Ready to rev up a new search engine? Microsoft is gearing up to launch its newest search engine effort, the succinctly named (and Web 2.0-ish sounding) Bing, set for June 3, to compete in a market that Google currently rules.
It was no secret that Microsoft was getting ready to roll out a new search engine, and today, the company began the official roll-out of Bing - the successor of the company’s less than successful Live Search efforts. Formerly known as Kumo, Bing, which should become available worldwide by June 3, is Microsoft’s latest attempt to steal market share away from Google. According to Microsoft, Bing, while providing a good general search experience, wants to focus on providing an especially good user experience in four verticals: making a purchase decision, planning a trip, researching a health condition, and finding a local business.
Whether you’ll bother to try it or not, Microsoft has great hopes for it. Bing is the latest iteration of Microsoft’s search engine, and it’s innovative enough for Microsoft to try to rebrand what used to be called Live Search and spend around $80-$100m on promotion.
Good Enough is Not Good Enough in the Search Business
According to Microsoft, “30 percent of searches are abandoned without a satisfactory result.” We haven’t been able to put Bing through its paces yet, so it remains to be seen if it actually works as well as Microsoft promises it will. We have seen too many promises in the area that have remained unfulfilled (we’re looking at you, Cuil), so we will hold back any judgment until we get to test Bing ourselves.
One thing is clear, though; a search engine that is only ‘good enough’ will not be enough to gain back any market share from Google, which now virtually controls the search engine market. Microsoft argues that this large amount of market share can make Google slow to innovate, but then, it remains to be seen if Bing can offer enough innovation to entice users to switch. Yahoo Search, after all, is also innovating furiously, but hasn’t been able to capture any new market share lately.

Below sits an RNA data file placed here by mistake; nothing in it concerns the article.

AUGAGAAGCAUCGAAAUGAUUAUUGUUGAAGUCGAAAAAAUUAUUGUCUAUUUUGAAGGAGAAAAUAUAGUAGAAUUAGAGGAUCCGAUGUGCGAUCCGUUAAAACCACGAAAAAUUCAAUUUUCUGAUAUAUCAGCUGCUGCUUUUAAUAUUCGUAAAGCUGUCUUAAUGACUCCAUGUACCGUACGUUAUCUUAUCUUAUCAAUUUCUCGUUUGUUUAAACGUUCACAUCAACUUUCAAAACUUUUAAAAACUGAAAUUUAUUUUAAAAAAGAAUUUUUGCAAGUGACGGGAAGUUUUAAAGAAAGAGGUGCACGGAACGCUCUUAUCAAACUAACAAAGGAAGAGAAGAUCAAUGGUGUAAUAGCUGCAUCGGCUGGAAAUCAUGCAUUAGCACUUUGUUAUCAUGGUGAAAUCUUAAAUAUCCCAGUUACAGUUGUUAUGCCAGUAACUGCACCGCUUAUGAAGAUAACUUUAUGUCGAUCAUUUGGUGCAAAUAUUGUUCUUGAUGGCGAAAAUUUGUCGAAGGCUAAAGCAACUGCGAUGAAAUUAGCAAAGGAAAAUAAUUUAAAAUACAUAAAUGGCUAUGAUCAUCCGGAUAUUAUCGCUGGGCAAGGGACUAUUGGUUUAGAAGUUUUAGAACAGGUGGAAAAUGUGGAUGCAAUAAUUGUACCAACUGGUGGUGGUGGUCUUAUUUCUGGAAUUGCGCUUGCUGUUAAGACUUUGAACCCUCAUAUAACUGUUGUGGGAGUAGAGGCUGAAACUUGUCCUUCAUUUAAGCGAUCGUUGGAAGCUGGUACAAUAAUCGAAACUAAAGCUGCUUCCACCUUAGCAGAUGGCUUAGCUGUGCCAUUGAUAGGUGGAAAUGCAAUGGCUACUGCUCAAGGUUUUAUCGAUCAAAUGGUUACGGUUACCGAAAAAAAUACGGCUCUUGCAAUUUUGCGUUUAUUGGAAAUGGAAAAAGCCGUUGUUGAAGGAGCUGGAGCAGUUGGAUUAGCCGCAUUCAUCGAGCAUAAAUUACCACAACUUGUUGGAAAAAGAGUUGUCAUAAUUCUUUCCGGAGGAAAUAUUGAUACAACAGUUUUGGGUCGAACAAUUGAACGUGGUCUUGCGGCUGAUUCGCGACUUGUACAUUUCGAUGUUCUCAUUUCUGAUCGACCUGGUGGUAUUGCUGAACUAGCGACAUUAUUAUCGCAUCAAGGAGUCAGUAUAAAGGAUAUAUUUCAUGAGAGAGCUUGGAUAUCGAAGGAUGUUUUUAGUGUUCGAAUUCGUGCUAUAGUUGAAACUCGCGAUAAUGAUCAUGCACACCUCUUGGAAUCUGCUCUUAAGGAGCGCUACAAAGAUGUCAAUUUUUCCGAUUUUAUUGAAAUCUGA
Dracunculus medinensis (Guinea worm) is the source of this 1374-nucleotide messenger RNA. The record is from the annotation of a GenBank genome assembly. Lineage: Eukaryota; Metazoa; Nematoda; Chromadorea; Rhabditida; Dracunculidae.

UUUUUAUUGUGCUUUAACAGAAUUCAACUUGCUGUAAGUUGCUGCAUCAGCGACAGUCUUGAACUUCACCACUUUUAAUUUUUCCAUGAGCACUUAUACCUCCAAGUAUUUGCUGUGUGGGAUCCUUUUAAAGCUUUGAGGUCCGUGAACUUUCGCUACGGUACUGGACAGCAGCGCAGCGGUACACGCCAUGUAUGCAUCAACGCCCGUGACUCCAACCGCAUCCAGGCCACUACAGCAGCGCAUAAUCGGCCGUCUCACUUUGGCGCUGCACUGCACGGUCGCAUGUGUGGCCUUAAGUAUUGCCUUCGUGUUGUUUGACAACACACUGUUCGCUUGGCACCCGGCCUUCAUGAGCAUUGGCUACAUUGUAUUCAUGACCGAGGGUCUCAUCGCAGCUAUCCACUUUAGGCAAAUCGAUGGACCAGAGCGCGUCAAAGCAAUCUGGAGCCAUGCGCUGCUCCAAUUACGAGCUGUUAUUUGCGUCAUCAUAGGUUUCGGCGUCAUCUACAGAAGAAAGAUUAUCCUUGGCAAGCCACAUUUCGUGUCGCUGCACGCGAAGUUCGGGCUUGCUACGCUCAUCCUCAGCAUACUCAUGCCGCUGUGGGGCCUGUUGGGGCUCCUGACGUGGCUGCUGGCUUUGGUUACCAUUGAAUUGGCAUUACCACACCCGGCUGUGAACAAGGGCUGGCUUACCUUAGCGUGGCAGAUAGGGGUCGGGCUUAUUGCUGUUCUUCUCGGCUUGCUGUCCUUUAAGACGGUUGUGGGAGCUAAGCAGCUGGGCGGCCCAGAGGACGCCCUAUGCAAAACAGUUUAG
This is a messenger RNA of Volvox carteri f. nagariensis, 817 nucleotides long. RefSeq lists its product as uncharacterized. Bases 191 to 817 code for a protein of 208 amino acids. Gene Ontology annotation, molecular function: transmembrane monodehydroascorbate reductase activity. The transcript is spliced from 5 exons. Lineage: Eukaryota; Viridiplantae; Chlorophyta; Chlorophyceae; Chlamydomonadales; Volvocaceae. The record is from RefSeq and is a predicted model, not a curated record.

Bing and Ad Revenue
There’s already some suspicion that these tools aren’t just designed to help users, but to deter them from feeling the need to leave the site to get further details. Of course, the longer users spend on the Bing site, the better it is for Microsoft ad revenues. Company chief Steve Ballmer has already acknowledged the firm may be pressured to give cuts of that revenue to sites which Bing relies on for information.
Will Users Cling to Bing?
The site launches officially next Wednesday, though some users of Live Search will get Bing results from Monday.
One writer given an advance preview says he was surprised by how well it performs and concludes that in many areas it is competitive with Google. The problem is that with Google already so firmly established as the default for many users, a rival search tool will need to not only be substantially better to succeed, but must clearly demonstrate that advantage to would-be users.
Bing.com currently leads to a nice demonstration video, but Microsoft hopes to have the site fully deployed worldwide on June 3rd.
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